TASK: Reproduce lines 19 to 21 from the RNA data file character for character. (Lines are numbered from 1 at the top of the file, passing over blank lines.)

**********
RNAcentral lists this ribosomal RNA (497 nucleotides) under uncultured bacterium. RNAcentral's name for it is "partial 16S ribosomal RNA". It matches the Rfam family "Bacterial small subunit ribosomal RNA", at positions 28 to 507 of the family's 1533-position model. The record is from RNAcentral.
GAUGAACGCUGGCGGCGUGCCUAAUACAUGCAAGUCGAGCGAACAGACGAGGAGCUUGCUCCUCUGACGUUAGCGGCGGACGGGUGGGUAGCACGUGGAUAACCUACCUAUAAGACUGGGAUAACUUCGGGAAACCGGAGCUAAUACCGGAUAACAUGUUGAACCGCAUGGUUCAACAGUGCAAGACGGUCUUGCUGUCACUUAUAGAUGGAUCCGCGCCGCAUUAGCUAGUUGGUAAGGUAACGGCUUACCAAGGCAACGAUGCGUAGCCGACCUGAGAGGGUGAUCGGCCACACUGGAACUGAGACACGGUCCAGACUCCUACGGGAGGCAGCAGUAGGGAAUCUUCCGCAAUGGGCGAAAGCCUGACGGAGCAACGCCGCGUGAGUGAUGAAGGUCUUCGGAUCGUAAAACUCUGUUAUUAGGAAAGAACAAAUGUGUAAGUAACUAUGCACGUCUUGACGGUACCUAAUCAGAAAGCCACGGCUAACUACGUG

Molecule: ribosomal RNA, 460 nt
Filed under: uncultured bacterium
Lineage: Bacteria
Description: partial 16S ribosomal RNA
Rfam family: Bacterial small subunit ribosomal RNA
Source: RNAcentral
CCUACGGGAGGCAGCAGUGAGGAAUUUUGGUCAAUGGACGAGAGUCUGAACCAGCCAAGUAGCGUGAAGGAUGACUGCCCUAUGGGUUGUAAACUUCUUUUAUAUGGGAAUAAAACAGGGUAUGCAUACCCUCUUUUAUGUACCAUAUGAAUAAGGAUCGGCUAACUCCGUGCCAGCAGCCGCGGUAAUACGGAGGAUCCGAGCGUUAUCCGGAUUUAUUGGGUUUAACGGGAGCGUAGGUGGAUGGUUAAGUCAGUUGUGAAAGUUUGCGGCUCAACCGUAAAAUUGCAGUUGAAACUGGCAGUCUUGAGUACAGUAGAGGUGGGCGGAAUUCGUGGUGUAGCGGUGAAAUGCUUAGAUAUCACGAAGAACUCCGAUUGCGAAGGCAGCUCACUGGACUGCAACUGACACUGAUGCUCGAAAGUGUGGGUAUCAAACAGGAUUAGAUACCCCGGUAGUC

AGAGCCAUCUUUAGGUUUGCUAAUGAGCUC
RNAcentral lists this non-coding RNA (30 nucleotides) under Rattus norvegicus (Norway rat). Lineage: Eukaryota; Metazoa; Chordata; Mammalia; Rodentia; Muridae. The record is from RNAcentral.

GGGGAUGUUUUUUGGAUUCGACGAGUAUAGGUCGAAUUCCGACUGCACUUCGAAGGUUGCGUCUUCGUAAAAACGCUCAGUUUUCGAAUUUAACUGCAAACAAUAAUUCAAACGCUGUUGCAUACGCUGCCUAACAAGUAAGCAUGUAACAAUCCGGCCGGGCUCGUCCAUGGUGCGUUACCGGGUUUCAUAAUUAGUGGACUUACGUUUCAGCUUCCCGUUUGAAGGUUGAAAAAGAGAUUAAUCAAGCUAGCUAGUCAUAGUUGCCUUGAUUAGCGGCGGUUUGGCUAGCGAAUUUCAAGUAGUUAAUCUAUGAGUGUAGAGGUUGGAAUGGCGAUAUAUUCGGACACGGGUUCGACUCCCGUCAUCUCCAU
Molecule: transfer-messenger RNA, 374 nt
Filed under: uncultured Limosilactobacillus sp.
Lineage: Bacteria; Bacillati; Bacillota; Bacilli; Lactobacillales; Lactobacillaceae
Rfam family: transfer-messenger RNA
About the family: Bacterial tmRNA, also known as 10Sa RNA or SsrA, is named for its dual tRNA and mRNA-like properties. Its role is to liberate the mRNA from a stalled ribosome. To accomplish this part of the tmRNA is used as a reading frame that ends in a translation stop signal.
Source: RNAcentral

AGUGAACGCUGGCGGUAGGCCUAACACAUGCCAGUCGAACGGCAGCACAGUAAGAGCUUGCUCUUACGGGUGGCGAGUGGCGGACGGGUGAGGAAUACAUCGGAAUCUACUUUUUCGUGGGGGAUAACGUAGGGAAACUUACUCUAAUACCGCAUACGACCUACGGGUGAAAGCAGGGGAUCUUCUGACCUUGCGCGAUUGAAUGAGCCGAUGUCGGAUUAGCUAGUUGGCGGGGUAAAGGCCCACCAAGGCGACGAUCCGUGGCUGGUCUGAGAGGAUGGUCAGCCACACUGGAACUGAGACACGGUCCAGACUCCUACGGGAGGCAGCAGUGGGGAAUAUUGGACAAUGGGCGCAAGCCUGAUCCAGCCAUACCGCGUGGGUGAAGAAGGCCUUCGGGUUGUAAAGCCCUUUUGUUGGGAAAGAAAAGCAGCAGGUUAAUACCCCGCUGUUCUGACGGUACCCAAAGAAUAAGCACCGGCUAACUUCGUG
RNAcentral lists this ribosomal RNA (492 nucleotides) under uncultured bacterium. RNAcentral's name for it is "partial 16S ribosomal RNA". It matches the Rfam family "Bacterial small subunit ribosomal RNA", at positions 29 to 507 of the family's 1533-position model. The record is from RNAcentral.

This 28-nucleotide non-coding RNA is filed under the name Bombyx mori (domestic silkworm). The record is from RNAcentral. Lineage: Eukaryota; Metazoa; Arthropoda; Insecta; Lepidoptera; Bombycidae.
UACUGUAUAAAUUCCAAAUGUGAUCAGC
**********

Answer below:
AGUGAACGCUGGCGGUAGGCCUAACACAUGCCAGUCGAACGGCAGCACAGUAAGAGCUUGCUCUUACGGGUGGCGAGUGGCGGACGGGUGAGGAAUACAUCGGAAUCUACUUUUUCGUGGGGGAUAACGUAGGGAAACUUACUCUAAUACCGCAUACGACCUACGGGUGAAAGCAGGGGAUCUUCUGACCUUGCGCGAUUGAAUGAGCCGAUGUCGGAUUAGCUAGUUGGCGGGGUAAAGGCCCACCAAGGCGACGAUCCGUGGCUGGUCUGAGAGGAUGGUCAGCCACACUGGAACUGAGACACGGUCCAGACUCCUACGGGAGGCAGCAGUGGGGAAUAUUGGACAAUGGGCGCAAGCCUGAUCCAGCCAUACCGCGUGGGUGAAGAAGGCCUUCGGGUUGUAAAGCCCUUUUGUUGGGAAAGAAAAGCAGCAGGUUAAUACCCCGCUGUUCUGACGGUACCCAAAGAAUAAGCACCGGCUAACUUCGUG
RNAcentral lists this ribosomal RNA (492 nucleotides) under uncultured bacterium. RNAcentral's name for it is "partial 16S ribosomal RNA". It matches the Rfam family "Bacterial small subunit ribosomal RNA", at positions 29 to 507 of the family's 1533-position model. The record is from RNAcentral.

This 28-nucleotide non-coding RNA is filed under the name Bombyx mori (domestic silkworm). The record is from RNAcentral. Lineage: Eukaryota; Metazoa; Arthropoda; Insecta; Lepidoptera; Bombycidae.